Of the Baker City Herald

State inspectors visited Baker City Hall last week to investigate a complaint from a city police officer or officers who said they had to walk through dust that may have contained asbestos.

The city expects to receive a report from the Oregon Occupational Safety and Health Division soon, City Manager Gordon Zimmerman said Monday.

The city could be fined if it violated state workplace safety rules, said Steve Corson, a spokesman for the state agency, which enforces those rules.

Fines could range from a few hundred dollars to several thousand, he said.

Whether the city is fined, and if so how much, depends on several factors, Corson said. Those include the number of employees who might have been exposed to asbestos, the duration of the exposure and the likelihood the asbestos might have caused injury, he said.

Solid materials containing asbestos, such as ceiling or roof tiles, generally arent considered hazardous. But if such materials are broken up in a manner that creates dust, people may ingest asbestos fibers, which are known to cause lung and heart diseases and are linked to several types of cancer.

Zimmerman said the state doesnt release complainants names, and he doesnt know whether one or more employees filed the complaint.

Corson said the complaint will not be made public until the investigation is finished. The Occupational Safety and Health Division maintains complainants anonymity at their request, he said.

Det. Kirk McCormick, who is responsible for the property room, said he is aware of the concerns about possible exposure to asbestos, but that he doesnt know whether one or more employees filed the complaint.

Zimmerman said the complaint stems from demolition work earlier this year in the police department offices at City Hall.

That area was damaged by water that leaked into the offices during a downpour in July 2000. The storm occurred while workers were waiting to install a new roof on City Hall.

During the demolition, city workers wore face masks to protect themselves from the dust, Zimmerman said.

City officials learned later that floor tiles in the area, and the glue used to hold them in place, contain asbestos, City Attorney Tim Collins said.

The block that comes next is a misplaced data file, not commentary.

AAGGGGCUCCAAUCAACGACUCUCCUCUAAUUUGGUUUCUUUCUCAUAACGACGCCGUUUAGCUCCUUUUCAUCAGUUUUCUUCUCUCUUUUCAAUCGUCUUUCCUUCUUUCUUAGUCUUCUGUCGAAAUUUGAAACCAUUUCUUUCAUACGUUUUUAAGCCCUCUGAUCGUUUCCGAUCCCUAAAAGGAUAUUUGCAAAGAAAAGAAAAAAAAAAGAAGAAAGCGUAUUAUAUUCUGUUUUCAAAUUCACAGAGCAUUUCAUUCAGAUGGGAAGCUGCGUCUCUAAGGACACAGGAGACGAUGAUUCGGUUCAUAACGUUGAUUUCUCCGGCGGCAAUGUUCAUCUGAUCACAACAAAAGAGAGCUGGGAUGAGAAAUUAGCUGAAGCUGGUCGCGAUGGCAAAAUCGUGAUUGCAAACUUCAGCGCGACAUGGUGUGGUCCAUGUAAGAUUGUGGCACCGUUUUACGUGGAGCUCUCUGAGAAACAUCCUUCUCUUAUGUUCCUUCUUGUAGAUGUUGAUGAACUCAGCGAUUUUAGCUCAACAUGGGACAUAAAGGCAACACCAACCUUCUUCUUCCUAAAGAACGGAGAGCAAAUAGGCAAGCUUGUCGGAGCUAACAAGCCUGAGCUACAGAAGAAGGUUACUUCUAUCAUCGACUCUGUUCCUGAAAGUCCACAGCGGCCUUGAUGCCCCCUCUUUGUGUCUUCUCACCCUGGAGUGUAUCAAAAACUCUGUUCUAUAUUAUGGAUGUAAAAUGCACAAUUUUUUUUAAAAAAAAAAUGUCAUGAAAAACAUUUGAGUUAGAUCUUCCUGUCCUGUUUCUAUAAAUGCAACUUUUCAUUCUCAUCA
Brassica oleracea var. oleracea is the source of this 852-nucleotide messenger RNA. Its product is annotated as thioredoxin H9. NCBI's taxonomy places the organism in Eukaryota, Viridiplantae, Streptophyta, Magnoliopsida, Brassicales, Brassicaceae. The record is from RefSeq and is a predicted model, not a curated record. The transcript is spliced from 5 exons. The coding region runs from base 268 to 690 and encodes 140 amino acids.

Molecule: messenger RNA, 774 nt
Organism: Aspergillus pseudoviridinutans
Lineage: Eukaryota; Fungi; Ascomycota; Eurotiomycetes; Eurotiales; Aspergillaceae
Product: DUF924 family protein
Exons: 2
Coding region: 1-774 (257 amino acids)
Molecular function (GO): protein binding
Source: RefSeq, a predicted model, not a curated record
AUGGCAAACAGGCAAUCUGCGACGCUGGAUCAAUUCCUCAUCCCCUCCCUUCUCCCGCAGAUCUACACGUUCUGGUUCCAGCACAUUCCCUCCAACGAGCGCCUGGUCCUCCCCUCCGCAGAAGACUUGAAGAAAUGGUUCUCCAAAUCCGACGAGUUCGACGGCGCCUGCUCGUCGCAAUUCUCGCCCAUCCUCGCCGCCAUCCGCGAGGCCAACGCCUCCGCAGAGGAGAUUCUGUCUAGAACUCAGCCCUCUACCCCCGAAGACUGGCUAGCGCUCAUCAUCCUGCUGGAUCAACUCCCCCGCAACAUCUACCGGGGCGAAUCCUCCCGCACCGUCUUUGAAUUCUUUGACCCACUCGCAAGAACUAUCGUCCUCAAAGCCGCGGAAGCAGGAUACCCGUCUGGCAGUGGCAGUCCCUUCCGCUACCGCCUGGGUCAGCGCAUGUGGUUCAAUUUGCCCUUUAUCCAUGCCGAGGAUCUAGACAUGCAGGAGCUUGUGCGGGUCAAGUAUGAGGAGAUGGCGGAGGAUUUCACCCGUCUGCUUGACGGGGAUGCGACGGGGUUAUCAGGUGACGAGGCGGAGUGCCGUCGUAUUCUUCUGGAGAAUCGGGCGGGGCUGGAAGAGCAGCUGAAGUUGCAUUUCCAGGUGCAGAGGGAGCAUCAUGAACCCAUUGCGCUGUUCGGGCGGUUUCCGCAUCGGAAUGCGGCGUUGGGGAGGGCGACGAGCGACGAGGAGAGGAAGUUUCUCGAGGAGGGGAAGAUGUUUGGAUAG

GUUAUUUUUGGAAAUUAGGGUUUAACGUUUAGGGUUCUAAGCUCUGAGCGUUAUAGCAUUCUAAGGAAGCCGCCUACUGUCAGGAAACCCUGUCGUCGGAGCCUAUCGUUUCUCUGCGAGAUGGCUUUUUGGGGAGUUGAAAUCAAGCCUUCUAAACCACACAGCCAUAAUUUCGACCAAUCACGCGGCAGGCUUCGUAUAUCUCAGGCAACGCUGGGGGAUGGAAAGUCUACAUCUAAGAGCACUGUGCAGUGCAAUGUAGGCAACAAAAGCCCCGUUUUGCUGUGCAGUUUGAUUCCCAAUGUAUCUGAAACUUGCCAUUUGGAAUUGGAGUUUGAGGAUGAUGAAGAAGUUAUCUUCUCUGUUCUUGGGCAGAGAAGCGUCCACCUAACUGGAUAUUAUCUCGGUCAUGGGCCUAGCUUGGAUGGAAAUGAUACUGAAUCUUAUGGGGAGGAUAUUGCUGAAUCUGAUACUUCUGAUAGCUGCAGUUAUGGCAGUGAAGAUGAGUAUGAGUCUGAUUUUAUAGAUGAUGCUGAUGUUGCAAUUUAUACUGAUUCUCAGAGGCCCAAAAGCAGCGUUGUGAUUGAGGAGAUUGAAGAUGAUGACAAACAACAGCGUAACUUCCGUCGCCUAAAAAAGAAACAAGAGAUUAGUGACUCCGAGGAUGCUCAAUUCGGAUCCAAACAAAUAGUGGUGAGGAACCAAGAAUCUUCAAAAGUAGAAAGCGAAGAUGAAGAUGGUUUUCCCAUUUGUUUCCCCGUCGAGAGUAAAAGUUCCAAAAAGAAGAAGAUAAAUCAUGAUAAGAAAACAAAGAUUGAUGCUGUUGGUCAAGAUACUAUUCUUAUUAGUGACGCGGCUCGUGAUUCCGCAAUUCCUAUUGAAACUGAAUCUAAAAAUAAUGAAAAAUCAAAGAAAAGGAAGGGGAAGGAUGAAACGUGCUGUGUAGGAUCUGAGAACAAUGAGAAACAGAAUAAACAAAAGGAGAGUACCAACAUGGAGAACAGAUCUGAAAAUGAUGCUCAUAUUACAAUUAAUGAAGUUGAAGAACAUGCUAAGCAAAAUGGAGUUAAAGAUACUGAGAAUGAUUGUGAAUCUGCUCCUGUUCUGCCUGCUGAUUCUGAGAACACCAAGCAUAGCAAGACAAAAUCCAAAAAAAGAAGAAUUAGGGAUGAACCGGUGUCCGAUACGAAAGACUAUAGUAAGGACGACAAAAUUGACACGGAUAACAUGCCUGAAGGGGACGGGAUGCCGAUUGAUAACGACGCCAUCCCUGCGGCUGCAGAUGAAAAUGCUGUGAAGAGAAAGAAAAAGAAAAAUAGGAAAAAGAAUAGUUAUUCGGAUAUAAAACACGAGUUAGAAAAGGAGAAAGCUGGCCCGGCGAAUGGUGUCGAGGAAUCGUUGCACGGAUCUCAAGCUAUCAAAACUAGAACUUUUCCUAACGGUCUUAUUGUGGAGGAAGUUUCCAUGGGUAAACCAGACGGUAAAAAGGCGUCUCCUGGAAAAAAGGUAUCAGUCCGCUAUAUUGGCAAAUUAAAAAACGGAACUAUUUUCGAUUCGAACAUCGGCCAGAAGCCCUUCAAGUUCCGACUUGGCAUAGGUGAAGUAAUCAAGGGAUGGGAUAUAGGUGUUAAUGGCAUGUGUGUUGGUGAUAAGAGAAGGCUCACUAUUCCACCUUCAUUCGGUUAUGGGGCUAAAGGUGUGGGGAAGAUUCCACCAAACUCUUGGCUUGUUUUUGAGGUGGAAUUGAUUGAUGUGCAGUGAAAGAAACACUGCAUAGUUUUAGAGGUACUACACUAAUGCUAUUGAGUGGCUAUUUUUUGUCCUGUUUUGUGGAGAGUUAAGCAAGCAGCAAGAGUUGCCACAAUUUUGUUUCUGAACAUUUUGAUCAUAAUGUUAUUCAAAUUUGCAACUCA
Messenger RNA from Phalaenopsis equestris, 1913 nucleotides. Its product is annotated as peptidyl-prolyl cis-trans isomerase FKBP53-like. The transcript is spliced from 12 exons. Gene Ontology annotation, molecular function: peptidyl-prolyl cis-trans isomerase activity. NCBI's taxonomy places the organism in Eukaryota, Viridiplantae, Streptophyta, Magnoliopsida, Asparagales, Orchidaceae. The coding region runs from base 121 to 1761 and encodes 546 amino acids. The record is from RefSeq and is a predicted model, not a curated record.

The complaint states that police officers, who didnt have masks, had to walk through dust to get to the police property room, Zimmerman said.

Although the police department employees moved to the county sheriffs office after last Julys rain storm, the department has continued to store found property and evidence at City Hall, he said.

Zimmerman said hes not aware of any police officers asking that the city supply them with protective masks during the demolition.

He said he didnt learn of concerns about asbestos dust until the state notified the city of the complaint.

Were concerned about our workers and we want to make sure the working environment is safe, Zimmerman said.

In a letter to Stanton Thomas, a health enforcement manager at the Occupational Safety and Health Divisions Bend field office, Zimmerman wrote that because of the transitory nature of this matter, we do not believe there is any possibility (of) long-term exposure to a hazardous material.

McCormick said he usually has to visit the property room every day.

He said other officers schedules vary, but that they have to go to that room every time they seize property or need to collect evidence from one of their cases.

Last summers cloudburst was the first of two watery incidents at City Hall that uncovered asbestos.

Collins said the city also has confirmed that floor tiles on the second floor of City Hall contain asbestos.

Workers from Sid Johnson andamp; Co. removed those tiles recently after that portion of City Hall was damaged by water from a broken pipe fitting in the buildings attic.

Collins said the contractor removed the tiles by a process that doesnt produce dust.

He said the city will hire someone to conduct a complete asbestos inventory of City Hall soon.

An inventory was done several years ago at the citys public works warehouse and shop on Seventh Street, but not at other city buildings. The citys insurance carrier recommended also inspecting the other buildings in a 1996 letter, Collins said.